Book Review: The Witness by Nora Roberts

After weighing the pros and cons, I’ve decided sex with you would be mutually satisfying. You’re attractive and pleasant. And clean. You kiss very well, and while I’ve found that’s not always a reliable gauge for skill in bed, it often follows. If you’re agreeable, we can finish dinner, I’ll show you the greenhouse, then we can go in and have sex. I’m on birth control, but I would require you wear a condom.”

Ah.

Gems, this book – full of gems.

Like the above.

Review after the jump.

Synopsis:

Daughter of a controlling mother, Elizabeth finally let loose one night, drinking at a nightclub and allowing a strange man’s seductive Russian accent lure her to a house on Lake Shore Drive. The events that followed changed her life forever.

Twelve years later, the woman known as Abigail Lowery lives on the outskirts of a small town in the Ozarks. A freelance programmer, she designs sophisticated security systems — and supplements her own security with a fierce dog and an assortment of firearms. She keeps to herself, saying little, revealing nothing. But Abigail’s reserve only intrigues police chief Brooks Gleason. Her logical mind, her secretive nature, and her unromantic viewpoints leave him fascinated but frustrated. He suspects that Abigail needs protection from something — and that her elaborate defenses hide a story that must be revealed.

 

I picked up this book while browsing in the library. A Nora Roberts book I haven’t read yet (she has over 200, so not surprising) and me with some spare time, so I grabbed it. Finished it within a couple of days, emotionally distraught over these characters. Sigh. Only Nora.

The thing about Nora Roberts is that she has a tendency to draw you in with an extensive backstory in the opening chapters of the book – like an extended prologue. She sets the stage for our main character – whether the boy or the girl or both, and then hammers it into you just how much everything went to hell. This isn’t necessarily something that happens in all of her books, but there are enough now that I have marked it as a NR pattern. The extended prologue for The Witness is heartbreaking – no seriously, I felt my heart break a few times. We’re introduced to Elizabeth – a very bright, very closeted young girl who has, by the time we arrive on the scene, had enough of her Mother’s control over her life. Having been sacrificed for her mother’s own desires one too many times, Elizabeth decides she will show up her mother by disobeying her – namely, by dyeing her hair, cutting it short and blowing off an early start to the school year by going out with a classmate instead. Unfortunately for our heroine, everything goes sideways and at the end of our (very long) prologue, she is alone and running from a very real danger.

By the time we meet up with Elizabeth again, she is … well, no longer Elizabeth. Instead, she is calling herself Abigail and she has just moved to a little town in the Ozarks in order to protect herself from the ongoing threat that began years ago. She’s still, in many ways, that same girl – she’s very intelligent, extremely logical and almost emotionless – she refuses to make connections with her neighbours in case they end up in the line of danger she herself imagines she is always in, and she really only had her dog and her computer for companionship. Like the girl she was, she has an authority over her own life that makes a certain amount of sense – it’s as if the events that changed her life stilted her own growth in that aspect – she had uber control over her life in the same way that she had to accept when she ran away from the danger years before. It’s a combination of street smarts and book smarts that pushes her along, and into this tightly controlled life she’s made for herself waltzes in Brooks.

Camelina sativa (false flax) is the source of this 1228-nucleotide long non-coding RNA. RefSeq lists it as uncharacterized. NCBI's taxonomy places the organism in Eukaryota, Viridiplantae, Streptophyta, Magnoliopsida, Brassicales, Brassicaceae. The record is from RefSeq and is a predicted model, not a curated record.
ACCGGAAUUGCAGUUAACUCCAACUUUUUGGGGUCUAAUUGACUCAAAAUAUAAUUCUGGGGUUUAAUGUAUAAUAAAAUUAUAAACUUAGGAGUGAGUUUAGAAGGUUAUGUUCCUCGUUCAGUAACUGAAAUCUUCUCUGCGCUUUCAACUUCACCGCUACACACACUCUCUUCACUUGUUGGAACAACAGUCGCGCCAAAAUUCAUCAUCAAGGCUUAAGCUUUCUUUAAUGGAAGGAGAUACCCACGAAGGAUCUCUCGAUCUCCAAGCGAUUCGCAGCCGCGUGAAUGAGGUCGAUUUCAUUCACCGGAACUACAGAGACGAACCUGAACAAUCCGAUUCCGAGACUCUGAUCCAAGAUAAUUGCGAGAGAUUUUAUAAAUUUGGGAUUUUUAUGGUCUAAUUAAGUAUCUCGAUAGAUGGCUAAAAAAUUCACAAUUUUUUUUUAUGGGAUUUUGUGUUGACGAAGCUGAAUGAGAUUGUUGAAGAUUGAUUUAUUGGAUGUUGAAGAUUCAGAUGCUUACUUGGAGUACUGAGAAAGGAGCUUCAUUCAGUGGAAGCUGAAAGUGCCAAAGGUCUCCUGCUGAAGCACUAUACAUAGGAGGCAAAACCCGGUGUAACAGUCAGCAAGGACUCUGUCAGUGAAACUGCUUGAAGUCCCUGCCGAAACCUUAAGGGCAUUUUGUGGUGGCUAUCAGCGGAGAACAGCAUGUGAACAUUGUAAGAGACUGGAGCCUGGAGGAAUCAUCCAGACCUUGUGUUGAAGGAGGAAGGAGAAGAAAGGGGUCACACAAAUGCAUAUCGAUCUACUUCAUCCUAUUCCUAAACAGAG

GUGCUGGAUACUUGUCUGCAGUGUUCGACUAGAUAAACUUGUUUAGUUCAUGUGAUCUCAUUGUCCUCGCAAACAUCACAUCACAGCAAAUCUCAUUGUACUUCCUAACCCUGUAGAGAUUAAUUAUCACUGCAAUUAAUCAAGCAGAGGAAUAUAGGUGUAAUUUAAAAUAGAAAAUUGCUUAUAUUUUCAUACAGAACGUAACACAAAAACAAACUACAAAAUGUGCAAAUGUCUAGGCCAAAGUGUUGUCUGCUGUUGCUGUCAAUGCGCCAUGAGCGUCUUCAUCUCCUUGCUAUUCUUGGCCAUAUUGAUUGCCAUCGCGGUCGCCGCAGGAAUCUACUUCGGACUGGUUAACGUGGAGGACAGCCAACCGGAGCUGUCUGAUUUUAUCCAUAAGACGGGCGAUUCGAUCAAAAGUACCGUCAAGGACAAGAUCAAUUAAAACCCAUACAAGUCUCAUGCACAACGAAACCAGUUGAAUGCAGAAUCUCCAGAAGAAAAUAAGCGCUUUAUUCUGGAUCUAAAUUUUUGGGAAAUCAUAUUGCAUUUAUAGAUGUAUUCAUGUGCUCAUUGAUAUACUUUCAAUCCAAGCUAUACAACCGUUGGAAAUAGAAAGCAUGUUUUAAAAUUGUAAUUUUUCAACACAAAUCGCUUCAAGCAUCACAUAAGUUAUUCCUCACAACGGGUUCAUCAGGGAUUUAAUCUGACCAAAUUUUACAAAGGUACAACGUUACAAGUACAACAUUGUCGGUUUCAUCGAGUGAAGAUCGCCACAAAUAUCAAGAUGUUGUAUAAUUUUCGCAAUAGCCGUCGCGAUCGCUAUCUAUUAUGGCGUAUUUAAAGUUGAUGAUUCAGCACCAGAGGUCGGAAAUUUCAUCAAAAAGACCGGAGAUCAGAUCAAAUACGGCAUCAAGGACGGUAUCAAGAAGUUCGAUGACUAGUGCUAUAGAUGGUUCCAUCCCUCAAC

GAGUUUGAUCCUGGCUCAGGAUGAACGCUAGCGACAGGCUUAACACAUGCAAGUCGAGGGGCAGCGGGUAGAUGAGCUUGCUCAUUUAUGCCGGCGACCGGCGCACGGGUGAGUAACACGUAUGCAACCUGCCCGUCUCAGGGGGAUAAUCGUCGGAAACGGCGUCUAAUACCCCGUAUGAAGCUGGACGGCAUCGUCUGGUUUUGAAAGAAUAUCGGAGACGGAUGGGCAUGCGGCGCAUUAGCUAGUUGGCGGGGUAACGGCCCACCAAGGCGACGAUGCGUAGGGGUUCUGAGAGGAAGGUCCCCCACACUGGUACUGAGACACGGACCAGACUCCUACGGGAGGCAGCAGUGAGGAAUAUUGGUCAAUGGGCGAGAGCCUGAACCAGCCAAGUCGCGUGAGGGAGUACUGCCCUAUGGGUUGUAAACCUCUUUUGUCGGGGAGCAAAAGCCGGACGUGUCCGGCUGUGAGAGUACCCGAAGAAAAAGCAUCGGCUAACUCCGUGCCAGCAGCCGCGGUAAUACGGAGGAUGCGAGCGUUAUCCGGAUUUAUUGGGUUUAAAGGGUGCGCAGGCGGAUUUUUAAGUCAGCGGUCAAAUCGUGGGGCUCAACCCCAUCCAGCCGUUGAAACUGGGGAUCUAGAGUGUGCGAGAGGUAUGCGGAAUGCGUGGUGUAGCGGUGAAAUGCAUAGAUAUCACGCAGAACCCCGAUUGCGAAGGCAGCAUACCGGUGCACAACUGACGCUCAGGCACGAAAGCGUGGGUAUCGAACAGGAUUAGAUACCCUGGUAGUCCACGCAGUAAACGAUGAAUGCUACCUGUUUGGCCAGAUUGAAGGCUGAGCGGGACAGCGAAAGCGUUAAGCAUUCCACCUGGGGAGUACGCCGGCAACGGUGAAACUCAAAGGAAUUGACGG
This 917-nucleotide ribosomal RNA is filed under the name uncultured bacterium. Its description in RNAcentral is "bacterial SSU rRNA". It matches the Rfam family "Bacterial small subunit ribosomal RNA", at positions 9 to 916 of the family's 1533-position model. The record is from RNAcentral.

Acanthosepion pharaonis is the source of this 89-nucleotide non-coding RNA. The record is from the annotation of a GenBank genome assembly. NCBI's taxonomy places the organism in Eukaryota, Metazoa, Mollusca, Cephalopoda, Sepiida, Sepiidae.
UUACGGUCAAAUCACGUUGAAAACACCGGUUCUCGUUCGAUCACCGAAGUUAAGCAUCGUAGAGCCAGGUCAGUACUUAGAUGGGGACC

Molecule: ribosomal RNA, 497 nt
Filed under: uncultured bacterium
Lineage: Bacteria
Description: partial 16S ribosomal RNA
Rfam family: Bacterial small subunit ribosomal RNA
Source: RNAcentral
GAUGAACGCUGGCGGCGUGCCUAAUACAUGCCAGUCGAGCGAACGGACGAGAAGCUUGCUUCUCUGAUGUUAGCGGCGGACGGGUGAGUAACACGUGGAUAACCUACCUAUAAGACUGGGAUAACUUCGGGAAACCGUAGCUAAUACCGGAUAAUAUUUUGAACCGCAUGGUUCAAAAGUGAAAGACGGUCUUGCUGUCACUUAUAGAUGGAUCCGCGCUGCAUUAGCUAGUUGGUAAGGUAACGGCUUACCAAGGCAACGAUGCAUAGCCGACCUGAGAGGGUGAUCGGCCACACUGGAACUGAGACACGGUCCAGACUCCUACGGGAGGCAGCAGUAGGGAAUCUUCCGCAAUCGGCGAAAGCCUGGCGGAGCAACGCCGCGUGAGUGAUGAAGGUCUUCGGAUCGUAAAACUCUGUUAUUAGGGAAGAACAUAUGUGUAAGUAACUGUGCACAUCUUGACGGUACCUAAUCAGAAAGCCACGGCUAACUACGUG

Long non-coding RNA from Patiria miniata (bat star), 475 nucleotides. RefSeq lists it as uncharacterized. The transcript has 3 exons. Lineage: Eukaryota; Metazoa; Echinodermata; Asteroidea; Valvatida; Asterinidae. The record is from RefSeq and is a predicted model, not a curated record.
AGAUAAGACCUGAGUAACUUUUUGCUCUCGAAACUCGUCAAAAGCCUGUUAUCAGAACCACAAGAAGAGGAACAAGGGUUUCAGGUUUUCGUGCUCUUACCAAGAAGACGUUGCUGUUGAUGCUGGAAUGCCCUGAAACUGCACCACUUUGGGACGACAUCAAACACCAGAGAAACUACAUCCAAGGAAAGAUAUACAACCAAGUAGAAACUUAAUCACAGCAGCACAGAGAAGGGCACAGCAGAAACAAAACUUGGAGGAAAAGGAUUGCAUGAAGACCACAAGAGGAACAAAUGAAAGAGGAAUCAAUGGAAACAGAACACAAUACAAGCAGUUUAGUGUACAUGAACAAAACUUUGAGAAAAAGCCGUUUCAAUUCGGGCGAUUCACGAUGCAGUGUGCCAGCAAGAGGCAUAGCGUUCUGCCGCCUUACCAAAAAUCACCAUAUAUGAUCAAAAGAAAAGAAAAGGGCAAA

Brooks is the opposite of Elizabeth (the girl) and a compliment to Abigail (the Woman): He was raised by a hippy artist mother and a caring father in a little town where he was encouraged to be what he wanted to be as long as he was happy. He had older sisters that drove him crazy, and in general had a very loose upbringing that forced hm to pick his own way – but with the support of those he loved. Compare that to Elizabeth who had no support, and Abigail who shies away from any overtures of support, and you can see why they are ideal for one another.

Not going to lie – the pace of this book is near glacial – the thriller parts of the story are scattered throughout, but are mostly playbacks from Abagail’s own memories and fears of her present. The real threats are only really hinted at, for the most part. That being said – it works. The play between our two heroes is enough action to sustain the story – the ups, the downs, the way she pulls back and he keeps trying. More over – it’s funny. Amidst all of the action and heartache, it’s funny – Mostly due to Abagail’s forced interaction with people she tried to stay away from so long (regular people) and Brooks’ family.

All over – it’s a good book ( as you would expect from Nora Roberts) – and it will keep you entertained. For me, it’s a travel book, the type of book you tuck into while on the bus or on a plane – it’s perfect for that, since the characters are traveling too.

Definitely pick it up!

 

What are you reading?

 

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